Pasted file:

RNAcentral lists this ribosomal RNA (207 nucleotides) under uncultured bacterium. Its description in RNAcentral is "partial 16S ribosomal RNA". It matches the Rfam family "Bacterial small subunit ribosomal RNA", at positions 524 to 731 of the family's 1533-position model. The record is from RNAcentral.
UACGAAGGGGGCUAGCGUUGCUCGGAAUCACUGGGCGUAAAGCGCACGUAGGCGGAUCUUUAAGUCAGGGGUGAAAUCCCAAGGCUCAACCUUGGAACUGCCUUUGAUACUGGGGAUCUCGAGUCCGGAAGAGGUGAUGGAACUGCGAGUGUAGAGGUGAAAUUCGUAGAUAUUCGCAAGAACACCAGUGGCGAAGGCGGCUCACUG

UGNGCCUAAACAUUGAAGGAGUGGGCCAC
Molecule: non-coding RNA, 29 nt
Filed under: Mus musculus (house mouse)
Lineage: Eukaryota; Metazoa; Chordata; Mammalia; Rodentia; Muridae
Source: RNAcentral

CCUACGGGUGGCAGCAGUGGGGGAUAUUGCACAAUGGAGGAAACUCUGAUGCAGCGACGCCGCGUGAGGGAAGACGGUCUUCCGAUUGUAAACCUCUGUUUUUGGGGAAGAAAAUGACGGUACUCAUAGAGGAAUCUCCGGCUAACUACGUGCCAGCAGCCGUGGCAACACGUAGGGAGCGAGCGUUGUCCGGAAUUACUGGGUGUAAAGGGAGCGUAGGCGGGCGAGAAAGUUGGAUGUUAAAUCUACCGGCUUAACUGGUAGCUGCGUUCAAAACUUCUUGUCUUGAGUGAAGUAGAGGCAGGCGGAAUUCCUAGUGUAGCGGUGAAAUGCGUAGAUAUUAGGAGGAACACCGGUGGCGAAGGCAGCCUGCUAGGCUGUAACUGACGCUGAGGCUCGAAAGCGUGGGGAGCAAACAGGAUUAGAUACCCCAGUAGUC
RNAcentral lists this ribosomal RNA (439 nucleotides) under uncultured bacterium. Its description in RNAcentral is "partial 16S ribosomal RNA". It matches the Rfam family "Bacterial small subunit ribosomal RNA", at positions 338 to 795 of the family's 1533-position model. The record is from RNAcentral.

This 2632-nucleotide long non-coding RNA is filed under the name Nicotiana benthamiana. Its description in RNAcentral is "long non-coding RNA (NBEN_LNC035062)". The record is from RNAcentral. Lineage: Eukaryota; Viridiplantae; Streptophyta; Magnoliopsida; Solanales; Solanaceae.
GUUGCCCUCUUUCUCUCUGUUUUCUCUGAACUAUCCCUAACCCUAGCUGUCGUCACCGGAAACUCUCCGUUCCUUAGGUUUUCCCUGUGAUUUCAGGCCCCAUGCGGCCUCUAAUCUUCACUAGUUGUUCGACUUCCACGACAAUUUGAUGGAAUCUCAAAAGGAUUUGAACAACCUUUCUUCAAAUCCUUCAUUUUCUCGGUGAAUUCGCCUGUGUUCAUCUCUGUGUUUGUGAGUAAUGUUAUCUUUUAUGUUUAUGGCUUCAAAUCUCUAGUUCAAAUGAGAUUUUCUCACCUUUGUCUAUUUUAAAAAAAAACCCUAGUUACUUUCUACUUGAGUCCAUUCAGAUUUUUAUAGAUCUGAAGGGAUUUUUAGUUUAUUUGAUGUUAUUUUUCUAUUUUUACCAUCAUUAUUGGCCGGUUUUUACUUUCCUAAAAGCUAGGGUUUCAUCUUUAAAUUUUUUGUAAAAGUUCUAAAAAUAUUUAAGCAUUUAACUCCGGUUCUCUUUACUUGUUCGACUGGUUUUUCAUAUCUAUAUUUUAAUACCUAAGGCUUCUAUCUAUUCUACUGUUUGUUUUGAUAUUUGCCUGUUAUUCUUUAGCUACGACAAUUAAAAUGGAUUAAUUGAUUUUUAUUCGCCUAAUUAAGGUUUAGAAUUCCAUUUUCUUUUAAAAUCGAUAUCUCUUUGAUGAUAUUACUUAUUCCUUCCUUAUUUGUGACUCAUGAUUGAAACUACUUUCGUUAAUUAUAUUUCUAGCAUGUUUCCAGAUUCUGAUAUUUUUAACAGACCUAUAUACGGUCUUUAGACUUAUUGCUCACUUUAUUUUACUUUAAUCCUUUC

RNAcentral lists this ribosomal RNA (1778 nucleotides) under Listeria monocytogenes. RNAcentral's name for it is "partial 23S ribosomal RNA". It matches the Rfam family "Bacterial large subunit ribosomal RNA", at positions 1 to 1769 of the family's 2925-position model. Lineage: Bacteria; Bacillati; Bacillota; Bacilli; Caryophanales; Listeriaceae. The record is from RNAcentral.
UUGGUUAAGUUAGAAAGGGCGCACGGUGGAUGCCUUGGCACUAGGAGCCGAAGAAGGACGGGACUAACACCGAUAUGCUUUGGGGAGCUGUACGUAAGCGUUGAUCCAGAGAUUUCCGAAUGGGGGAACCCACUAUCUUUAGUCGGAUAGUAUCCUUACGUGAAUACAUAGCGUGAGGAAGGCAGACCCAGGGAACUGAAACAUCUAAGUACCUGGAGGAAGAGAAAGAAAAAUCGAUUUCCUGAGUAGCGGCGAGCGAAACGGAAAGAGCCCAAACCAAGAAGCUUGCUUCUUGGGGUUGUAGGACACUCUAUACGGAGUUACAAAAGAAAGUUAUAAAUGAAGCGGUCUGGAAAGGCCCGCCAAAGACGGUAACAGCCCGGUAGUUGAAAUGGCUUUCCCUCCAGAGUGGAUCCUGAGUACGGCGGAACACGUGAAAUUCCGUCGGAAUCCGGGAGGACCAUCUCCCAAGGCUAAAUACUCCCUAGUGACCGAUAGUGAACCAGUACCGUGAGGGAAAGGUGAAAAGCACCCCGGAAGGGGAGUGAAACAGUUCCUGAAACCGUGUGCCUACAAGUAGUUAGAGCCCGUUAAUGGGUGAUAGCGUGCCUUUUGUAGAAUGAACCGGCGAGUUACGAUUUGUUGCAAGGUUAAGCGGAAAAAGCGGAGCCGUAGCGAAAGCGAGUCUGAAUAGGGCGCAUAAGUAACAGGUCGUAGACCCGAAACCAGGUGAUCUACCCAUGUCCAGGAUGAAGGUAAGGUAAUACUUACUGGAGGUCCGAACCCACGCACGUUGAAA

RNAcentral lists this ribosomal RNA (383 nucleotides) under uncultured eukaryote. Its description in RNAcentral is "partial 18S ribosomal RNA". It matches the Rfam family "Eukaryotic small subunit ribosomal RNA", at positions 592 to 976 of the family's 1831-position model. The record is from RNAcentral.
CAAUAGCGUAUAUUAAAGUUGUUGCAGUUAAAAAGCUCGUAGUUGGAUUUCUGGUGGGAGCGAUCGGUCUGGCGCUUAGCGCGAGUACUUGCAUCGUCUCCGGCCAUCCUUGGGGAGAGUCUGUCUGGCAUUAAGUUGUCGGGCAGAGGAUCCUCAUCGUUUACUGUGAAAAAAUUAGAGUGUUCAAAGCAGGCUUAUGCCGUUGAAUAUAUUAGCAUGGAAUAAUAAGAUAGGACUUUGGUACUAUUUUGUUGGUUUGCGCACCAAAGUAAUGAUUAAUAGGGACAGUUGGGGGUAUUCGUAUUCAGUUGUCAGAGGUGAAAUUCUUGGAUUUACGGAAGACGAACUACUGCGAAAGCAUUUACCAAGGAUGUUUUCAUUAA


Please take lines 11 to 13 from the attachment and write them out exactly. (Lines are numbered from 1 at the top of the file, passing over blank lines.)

GUUGCCCUCUUUCUCUCUGUUUUCUCUGAACUAUCCCUAACCCUAGCUGUCGUCACCGGAAACUCUCCGUUCCUUAGGUUUUCCCUGUGAUUUCAGGCCCCAUGCGGCCUCUAAUCUUCACUAGUUGUUCGACUUCCACGACAAUUUGAUGGAAUCUCAAAAGGAUUUGAACAACCUUUCUUCAAAUCCUUCAUUUUCUCGGUGAAUUCGCCUGUGUUCAUCUCUGUGUUUGUGAGUAAUGUUAUCUUUUAUGUUUAUGGCUUCAAAUCUCUAGUUCAAAUGAGAUUUUCUCACCUUUGUCUAUUUUAAAAAAAAACCCUAGUUACUUUCUACUUGAGUCCAUUCAGAUUUUUAUAGAUCUGAAGGGAUUUUUAGUUUAUUUGAUGUUAUUUUUCUAUUUUUACCAUCAUUAUUGGCCGGUUUUUACUUUCCUAAAAGCUAGGGUUUCAUCUUUAAAUUUUUUGUAAAAGUUCUAAAAAUAUUUAAGCAUUUAACUCCGGUUCUCUUUACUUGUUCGACUGGUUUUUCAUAUCUAUAUUUUAAUACCUAAGGCUUCUAUCUAUUCUACUGUUUGUUUUGAUAUUUGCCUGUUAUUCUUUAGCUACGACAAUUAAAAUGGAUUAAUUGAUUUUUAUUCGCCUAAUUAAGGUUUAGAAUUCCAUUUUCUUUUAAAAUCGAUAUCUCUUUGAUGAUAUUACUUAUUCCUUCCUUAUUUGUGACUCAUGAUUGAAACUACUUUCGUUAAUUAUAUUUCUAGCAUGUUUCCAGAUUCUGAUAUUUUUAACAGACCUAUAUACGGUCUUUAGACUUAUUGCUCACUUUAUUUUACUUUAAUCCUUUC

RNAcentral lists this ribosomal RNA (1778 nucleotides) under Listeria monocytogenes. RNAcentral's name for it is "partial 23S ribosomal RNA". It matches the Rfam family "Bacterial large subunit ribosomal RNA", at positions 1 to 1769 of the family's 2925-position model. Lineage: Bacteria; Bacillati; Bacillota; Bacilli; Caryophanales; Listeriaceae. The record is from RNAcentral.
UUGGUUAAGUUAGAAAGGGCGCACGGUGGAUGCCUUGGCACUAGGAGCCGAAGAAGGACGGGACUAACACCGAUAUGCUUUGGGGAGCUGUACGUAAGCGUUGAUCCAGAGAUUUCCGAAUGGGGGAACCCACUAUCUUUAGUCGGAUAGUAUCCUUACGUGAAUACAUAGCGUGAGGAAGGCAGACCCAGGGAACUGAAACAUCUAAGUACCUGGAGGAAGAGAAAGAAAAAUCGAUUUCCUGAGUAGCGGCGAGCGAAACGGAAAGAGCCCAAACCAAGAAGCUUGCUUCUUGGGGUUGUAGGACACUCUAUACGGAGUUACAAAAGAAAGUUAUAAAUGAAGCGGUCUGGAAAGGCCCGCCAAAGACGGUAACAGCCCGGUAGUUGAAAUGGCUUUCCCUCCAGAGUGGAUCCUGAGUACGGCGGAACACGUGAAAUUCCGUCGGAAUCCGGGAGGACCAUCUCCCAAGGCUAAAUACUCCCUAGUGACCGAUAGUGAACCAGUACCGUGAGGGAAAGGUGAAAAGCACCCCGGAAGGGGAGUGAAACAGUUCCUGAAACCGUGUGCCUACAAGUAGUUAGAGCCCGUUAAUGGGUGAUAGCGUGCCUUUUGUAGAAUGAACCGGCGAGUUACGAUUUGUUGCAAGGUUAAGCGGAAAAAGCGGAGCCGUAGCGAAAGCGAGUCUGAAUAGGGCGCAUAAGUAACAGGUCGUAGACCCGAAACCAGGUGAUCUACCCAUGUCCAGGAUGAAGGUAAGGUAAUACUUACUGGAGGUCCGAACCCACGCACGUUGAAA